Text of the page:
Book review: Slack-Tide by Elanor Dymott

slack tide book cover image.jpg

If you’ve ever wondered why you write, why you feel the need to create, why you feel everything constantly depends on what you are capable of creating, then you should read Elanor Dymott’s Slack-Tide.

Elizabeth is a novelist in her forties, who had a miscarriage that led her marriage to an end. When she’s set up on a blind date with Robert – who vaguely looks like Keanu Reeves and whose job is “designing cities” –  she feels it is the right time to start again, to be happy again.

From the very beginning of the book, we know this is a novel about an intense, even though only temporary, love story: at the end of the prologue, it is Elizabeth herself who says “by midsummer the thing between us was finished, and it was as if a storm had torn the roof from over me”.

Indeed, Sarah Moss’ quote on the back of the book anticipates this is “a compelling and beautiful account on the stories that hold us together and keep us apart”. Dymott’s hypnotic, sharp prose takes us on a journey where love and loss are indissolubly intertwined – and, despite already knowing it would finish, I couldn’t help it but keep on wishing that Elizabeth and Robert’s love story never ended.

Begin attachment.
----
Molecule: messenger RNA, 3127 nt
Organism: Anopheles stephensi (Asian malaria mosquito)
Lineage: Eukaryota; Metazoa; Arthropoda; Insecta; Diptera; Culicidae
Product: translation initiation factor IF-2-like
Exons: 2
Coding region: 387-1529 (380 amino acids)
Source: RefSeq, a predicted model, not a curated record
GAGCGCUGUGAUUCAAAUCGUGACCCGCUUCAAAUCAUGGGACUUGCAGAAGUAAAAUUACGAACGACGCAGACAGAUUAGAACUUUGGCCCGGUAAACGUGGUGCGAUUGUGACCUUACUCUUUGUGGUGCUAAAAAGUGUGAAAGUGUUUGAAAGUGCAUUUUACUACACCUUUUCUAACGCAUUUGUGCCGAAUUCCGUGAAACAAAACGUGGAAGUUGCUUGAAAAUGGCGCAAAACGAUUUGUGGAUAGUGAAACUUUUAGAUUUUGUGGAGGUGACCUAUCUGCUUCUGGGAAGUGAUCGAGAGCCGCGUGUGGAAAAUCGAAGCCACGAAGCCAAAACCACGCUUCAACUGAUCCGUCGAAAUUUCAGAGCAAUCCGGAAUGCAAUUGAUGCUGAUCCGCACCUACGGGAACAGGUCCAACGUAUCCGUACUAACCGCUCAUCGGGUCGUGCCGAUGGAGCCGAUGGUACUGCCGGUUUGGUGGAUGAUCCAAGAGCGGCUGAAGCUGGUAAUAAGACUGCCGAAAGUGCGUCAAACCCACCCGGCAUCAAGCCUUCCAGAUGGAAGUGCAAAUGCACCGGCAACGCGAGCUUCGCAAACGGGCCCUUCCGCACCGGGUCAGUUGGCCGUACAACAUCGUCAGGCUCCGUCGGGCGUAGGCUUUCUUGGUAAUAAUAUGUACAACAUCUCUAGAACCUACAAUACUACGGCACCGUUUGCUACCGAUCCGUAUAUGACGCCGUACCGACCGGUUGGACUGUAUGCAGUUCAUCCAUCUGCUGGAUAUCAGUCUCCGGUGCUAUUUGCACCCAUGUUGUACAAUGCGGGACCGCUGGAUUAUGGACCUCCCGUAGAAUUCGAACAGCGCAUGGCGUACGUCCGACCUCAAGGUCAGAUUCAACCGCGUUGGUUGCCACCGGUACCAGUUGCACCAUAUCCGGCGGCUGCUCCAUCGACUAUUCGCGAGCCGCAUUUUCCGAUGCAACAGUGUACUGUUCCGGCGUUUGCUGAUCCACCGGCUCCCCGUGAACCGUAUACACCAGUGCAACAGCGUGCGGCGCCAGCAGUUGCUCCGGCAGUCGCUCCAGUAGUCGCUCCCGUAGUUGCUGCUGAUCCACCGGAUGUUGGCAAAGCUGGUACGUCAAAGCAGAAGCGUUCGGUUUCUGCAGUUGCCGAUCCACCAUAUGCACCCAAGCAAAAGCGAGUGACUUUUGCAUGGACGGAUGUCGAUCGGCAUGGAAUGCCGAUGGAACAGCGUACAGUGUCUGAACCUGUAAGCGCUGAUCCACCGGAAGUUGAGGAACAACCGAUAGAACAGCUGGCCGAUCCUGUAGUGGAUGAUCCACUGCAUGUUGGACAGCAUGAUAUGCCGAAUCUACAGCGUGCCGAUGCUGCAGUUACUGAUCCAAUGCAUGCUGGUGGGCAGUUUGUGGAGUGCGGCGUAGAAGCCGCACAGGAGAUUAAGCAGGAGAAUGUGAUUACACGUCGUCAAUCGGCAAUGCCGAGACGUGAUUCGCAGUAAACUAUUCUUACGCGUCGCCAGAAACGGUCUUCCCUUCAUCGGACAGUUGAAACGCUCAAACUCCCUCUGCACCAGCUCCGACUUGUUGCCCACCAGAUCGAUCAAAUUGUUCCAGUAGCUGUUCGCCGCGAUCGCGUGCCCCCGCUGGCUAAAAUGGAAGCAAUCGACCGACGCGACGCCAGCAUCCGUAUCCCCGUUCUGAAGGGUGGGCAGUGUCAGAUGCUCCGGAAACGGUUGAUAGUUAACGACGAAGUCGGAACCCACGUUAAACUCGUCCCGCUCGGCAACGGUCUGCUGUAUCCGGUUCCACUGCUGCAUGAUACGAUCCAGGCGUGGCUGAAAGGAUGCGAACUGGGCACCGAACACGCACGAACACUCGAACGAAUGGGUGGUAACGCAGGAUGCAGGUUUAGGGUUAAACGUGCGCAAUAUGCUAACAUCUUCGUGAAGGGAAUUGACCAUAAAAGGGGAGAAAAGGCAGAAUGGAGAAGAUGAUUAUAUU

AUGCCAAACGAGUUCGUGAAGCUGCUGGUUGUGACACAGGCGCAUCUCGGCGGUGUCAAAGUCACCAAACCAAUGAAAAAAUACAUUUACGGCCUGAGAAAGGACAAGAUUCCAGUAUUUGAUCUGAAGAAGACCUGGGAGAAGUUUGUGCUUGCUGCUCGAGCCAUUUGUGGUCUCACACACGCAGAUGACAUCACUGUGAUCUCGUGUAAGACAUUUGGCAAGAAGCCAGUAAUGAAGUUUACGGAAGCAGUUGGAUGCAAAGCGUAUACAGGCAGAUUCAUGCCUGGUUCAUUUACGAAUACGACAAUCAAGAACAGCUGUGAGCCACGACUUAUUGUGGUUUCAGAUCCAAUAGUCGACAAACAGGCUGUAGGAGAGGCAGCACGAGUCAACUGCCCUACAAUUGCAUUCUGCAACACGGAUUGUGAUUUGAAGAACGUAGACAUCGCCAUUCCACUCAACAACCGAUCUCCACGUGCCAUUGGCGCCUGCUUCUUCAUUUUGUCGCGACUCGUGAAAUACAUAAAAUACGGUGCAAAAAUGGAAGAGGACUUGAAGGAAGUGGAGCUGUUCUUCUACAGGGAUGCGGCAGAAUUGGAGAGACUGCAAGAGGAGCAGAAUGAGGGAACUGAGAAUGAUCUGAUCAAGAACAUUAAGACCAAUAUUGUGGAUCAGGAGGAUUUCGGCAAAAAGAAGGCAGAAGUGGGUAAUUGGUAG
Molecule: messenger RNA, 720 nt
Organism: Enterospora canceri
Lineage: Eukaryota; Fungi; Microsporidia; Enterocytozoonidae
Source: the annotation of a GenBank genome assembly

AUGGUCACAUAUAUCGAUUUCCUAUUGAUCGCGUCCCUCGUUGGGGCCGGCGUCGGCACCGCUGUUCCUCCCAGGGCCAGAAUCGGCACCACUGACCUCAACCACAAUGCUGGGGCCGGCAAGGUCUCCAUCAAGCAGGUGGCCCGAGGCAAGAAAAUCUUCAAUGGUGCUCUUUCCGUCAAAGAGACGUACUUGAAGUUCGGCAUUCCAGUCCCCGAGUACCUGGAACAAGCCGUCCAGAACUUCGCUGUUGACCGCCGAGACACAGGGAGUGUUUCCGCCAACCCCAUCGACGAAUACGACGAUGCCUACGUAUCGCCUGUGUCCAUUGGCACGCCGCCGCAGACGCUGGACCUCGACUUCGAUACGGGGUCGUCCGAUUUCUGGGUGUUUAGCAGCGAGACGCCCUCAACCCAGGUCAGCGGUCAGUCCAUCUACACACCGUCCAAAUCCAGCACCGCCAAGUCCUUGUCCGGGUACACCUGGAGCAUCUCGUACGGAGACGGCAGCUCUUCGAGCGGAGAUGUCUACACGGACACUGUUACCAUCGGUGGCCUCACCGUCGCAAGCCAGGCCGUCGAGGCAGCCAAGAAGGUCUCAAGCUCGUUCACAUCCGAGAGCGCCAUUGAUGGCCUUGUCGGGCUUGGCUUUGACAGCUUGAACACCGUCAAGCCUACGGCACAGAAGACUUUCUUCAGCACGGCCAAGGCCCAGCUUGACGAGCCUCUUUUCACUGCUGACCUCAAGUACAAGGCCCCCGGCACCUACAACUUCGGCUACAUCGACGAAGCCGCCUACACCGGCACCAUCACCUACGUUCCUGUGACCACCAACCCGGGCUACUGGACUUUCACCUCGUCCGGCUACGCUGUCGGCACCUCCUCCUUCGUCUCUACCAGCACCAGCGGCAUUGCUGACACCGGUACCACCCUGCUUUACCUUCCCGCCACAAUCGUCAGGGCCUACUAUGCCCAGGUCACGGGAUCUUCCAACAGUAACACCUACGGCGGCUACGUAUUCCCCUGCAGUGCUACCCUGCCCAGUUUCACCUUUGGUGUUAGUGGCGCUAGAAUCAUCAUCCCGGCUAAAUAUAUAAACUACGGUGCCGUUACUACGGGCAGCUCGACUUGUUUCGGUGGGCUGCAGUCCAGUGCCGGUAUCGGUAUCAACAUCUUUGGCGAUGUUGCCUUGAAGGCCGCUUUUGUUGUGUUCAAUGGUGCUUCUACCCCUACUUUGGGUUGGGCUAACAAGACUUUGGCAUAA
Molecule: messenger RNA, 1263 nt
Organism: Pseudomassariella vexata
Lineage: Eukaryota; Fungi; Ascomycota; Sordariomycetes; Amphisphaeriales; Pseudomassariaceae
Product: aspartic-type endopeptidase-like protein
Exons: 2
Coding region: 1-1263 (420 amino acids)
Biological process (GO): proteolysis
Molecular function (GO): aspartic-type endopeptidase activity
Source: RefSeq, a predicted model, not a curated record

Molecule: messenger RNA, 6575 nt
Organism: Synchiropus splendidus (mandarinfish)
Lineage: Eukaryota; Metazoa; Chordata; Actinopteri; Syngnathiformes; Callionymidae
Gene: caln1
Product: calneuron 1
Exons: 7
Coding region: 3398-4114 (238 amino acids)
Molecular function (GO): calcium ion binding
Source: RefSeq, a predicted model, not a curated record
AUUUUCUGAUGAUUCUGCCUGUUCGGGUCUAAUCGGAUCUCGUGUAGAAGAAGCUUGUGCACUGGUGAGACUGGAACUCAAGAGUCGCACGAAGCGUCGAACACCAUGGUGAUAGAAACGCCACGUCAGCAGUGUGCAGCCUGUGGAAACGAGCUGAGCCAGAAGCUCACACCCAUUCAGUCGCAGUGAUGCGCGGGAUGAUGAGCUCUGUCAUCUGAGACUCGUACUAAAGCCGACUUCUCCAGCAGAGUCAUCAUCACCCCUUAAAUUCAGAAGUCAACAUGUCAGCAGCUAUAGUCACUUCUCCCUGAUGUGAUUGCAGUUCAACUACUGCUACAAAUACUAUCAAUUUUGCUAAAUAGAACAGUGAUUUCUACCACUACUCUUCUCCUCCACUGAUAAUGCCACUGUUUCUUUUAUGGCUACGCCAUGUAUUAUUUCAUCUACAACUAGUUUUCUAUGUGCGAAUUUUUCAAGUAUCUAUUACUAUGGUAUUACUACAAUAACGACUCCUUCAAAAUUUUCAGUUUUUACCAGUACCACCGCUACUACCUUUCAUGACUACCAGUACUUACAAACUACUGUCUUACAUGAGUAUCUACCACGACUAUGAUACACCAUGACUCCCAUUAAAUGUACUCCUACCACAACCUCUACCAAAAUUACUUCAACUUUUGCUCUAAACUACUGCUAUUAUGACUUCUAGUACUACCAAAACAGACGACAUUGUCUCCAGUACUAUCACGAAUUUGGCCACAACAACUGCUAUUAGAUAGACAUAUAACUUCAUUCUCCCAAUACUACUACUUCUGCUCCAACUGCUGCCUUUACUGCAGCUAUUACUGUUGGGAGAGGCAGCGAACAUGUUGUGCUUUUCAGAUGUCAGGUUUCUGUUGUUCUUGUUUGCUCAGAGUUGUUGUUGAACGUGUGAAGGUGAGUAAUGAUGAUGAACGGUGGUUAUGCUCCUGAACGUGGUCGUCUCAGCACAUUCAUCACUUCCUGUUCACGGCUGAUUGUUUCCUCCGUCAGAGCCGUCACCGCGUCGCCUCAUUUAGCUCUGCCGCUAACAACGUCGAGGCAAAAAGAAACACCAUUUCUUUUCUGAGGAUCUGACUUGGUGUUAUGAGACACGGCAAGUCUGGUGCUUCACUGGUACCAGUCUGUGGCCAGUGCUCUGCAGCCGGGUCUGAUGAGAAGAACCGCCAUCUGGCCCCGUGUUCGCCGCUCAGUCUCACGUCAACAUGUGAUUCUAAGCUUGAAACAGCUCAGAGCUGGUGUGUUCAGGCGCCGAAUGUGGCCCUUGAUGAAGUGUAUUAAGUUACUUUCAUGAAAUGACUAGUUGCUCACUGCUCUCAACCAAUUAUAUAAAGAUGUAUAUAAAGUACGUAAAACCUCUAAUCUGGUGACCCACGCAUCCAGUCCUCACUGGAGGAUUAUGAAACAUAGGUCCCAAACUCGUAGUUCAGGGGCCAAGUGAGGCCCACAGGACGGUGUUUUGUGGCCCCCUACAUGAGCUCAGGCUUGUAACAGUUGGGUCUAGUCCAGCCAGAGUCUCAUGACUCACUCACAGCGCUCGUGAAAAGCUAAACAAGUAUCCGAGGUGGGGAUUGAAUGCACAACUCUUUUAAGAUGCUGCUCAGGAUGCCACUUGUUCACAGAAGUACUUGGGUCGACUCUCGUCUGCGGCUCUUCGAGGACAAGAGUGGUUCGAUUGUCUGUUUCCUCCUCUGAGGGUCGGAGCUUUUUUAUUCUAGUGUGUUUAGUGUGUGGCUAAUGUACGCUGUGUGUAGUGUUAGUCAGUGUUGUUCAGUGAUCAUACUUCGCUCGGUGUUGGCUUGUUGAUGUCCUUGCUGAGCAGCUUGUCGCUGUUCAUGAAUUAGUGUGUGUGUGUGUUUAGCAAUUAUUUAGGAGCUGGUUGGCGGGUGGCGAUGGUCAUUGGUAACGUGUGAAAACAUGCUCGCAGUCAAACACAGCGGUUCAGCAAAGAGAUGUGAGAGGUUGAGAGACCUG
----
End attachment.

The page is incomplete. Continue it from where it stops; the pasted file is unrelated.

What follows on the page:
It is Elizabeth’s clear voice that guides us: she is fierce, beautiful and tells her story as if she’s whispering it to a friend. The loss of her child haunts her. Flashbacks of a life that could have been and painful memories – her tears when the anaesthetist asks her to confirm she’s at the hospital for an abortion and the way Elizabeth screams “I’m not choosing this. I wanted my child. I wanted my baby. Do you understand?” – come back at her, neat and clear. These are constant reminders of how vulnerable she feels.

Robert is vulnerable, too. In his fifties, he has lived a life between the comforts of a wealthy family and a successful career as an architect, that brought him to travel around the globe. We get to know him when his marriage with Lea is already over, and he is torn between the social pressure of being a good father to Philippe and the need to share his daily life with a lover. “I want to be with someone,” he says, “When I come back from a trip, I want to have someone to talk about it […] About the stuff I see. I see so many things. I have so many things to say. […] Right before I met you, I was beginning to think I might burst with the things I’d seen.” As we read on, we begin to discover his acute selfishness. As a reader, you’ll find it impossible to feel indifferent to him: you’ll either love him or you’ll hate him.